Back in the 1990s, if you suggested the three-point corner was the best shot in basketball, you might have been laughed at in the gym.
The game was still largely dominated by a fleet of seven-foot centers, most of whom couldn’t shoot more than a few feet from the basket. Even the game’s best player, Michael Jordan, was a midrange specialist who averaged less than two three-point attempts per game during his career.
Fast forward to today, and the best players average about a dozen long ball attempts per game – usually favoring corner shots.
What changed ? Analytic.
“When I started in the profession, 10 to 12 years ago, data analysis was almost non-existent in the training rooms,” says Adam Petway, director of strength and conditioning for basketball. male at the University of Louisville. “Today we have force platform technology, we have speed-based training, we have GPS tracking during games and in training, all to get more objective analysis to help our athletes, so it has increased exponentially.
Petway, who previously worked on the coaching staff of the NBA’s Philadelphia 76ers and Washington Wizards, has a bachelor’s degree in sports science, an MBA with a major in sports management and a Ph.D. in sports science. Recently, he extended his education through the Applied Data Science Program (ADSP) at MIT Professional Education.
“The impetus behind enrolling in ADSP was primarily a curiosity to learn and a desire to improve,” says Petway. “During my time in professional and college sports, we’ve had entire departments dedicated to data science, so I know that’s a skill set I’ll need in the future.”
Apply new skills
Petway took classes in a live online format. Although he was the only strength and conditioning trainer in his cohort — learning alongside lawyers, professors and corporate executives — he says the focus on data has given all of his comrades class a kind of common language.
“In many people’s minds, the worlds of data science and NCAA strength and conditioning training may not intersect. We see that there are many other professional and industry sectors that can benefit from data science and analytics, which is why we’re seeing an ever-increasing number of professionals around the world enrolling in our applied data science program,” says Bhaskar Pant, executive director of MIT Professional Education: “It’s exciting to hear how changemakers like Adam are using the insights they’ve gained through the program to address their most pressing challenges using data science tools.”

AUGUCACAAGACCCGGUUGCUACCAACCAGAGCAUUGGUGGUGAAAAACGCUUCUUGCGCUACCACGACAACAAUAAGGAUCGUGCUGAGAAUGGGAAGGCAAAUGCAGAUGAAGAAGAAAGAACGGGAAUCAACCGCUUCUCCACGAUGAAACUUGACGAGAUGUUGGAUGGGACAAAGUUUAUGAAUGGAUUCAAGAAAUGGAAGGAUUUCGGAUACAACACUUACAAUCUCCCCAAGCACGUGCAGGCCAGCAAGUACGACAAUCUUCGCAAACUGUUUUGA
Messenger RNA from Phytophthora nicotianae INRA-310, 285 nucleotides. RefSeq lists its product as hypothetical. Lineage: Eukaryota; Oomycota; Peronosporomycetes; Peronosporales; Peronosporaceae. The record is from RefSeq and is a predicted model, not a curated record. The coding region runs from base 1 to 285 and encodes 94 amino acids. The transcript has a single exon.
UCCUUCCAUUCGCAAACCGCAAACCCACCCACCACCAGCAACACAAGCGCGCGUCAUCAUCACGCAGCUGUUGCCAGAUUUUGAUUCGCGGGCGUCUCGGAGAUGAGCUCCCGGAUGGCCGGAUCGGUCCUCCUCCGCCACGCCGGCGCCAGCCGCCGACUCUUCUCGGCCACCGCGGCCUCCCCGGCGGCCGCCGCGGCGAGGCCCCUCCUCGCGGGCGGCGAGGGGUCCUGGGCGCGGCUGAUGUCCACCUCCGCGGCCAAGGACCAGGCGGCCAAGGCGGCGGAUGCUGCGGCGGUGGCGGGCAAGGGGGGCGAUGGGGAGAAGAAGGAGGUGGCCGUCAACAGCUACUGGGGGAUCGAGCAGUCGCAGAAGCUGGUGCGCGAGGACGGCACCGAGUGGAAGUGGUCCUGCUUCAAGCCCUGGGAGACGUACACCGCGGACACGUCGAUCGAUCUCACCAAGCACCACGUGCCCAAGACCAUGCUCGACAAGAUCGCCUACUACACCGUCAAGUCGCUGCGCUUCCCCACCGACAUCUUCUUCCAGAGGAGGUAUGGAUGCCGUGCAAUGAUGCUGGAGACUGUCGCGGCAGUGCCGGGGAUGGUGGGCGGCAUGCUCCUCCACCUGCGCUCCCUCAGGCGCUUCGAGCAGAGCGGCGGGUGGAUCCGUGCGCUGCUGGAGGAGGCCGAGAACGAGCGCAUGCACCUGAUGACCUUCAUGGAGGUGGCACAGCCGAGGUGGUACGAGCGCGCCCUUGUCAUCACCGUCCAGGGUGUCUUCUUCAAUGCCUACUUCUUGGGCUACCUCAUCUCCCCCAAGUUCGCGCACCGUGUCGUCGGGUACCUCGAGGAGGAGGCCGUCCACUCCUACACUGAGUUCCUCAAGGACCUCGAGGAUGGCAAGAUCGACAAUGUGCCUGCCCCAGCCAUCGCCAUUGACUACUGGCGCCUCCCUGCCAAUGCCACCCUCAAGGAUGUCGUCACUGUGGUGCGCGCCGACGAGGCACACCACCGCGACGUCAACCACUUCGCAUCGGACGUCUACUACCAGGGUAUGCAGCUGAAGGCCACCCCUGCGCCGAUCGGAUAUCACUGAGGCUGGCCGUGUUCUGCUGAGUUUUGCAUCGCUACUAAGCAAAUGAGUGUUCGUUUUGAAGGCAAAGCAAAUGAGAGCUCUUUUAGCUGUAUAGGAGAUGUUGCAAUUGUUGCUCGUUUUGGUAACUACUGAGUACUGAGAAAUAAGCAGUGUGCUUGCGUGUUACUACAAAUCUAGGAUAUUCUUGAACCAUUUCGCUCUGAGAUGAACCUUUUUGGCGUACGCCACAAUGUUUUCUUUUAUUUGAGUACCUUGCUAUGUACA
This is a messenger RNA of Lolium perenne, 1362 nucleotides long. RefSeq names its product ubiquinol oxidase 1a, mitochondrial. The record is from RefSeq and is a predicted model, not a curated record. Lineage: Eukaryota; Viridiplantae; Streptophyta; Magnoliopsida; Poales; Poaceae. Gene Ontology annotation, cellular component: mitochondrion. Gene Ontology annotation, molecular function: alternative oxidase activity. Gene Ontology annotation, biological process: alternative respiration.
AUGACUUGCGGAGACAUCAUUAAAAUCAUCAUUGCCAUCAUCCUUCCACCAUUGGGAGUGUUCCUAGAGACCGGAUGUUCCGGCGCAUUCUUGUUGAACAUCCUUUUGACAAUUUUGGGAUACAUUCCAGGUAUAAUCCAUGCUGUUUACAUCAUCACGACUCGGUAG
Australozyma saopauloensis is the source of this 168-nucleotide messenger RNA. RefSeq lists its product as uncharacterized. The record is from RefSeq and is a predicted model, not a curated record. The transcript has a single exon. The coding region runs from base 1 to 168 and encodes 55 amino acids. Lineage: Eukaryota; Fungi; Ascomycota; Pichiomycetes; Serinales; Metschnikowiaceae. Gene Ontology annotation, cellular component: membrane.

“Having access to top practitioners in the field of data science has been something that I’ve found very, very helpful,” says Petway. “The chance to interact with my classmates, and the chance to interact in small groups with professionals and professors, was amazing. When you write code in Python, you might mess up a semicolon and a comma, insert 200 characters into the code, and find out that it won’t work. So the ability to stop and ask questions, and really get into the thick of it with a cohort of peers from different industries, that was really helpful.
Petway points to its new abilities to code in Python and run data through artificial intelligence programs that use unsupervised learning techniques as key takeaways from its experience. Sports teams produce a wealth of data, he notes, but coaches need to be able to process that information in a way that results in actionable insights.
“Now I am able to create decision trees, visualize data, and perform principal component analysis,” says Petway. “So instead of relying on third-party companies to come and tell me what to do, I can take all that data and release the results myself, which not only saves me time, but also a lot of money.”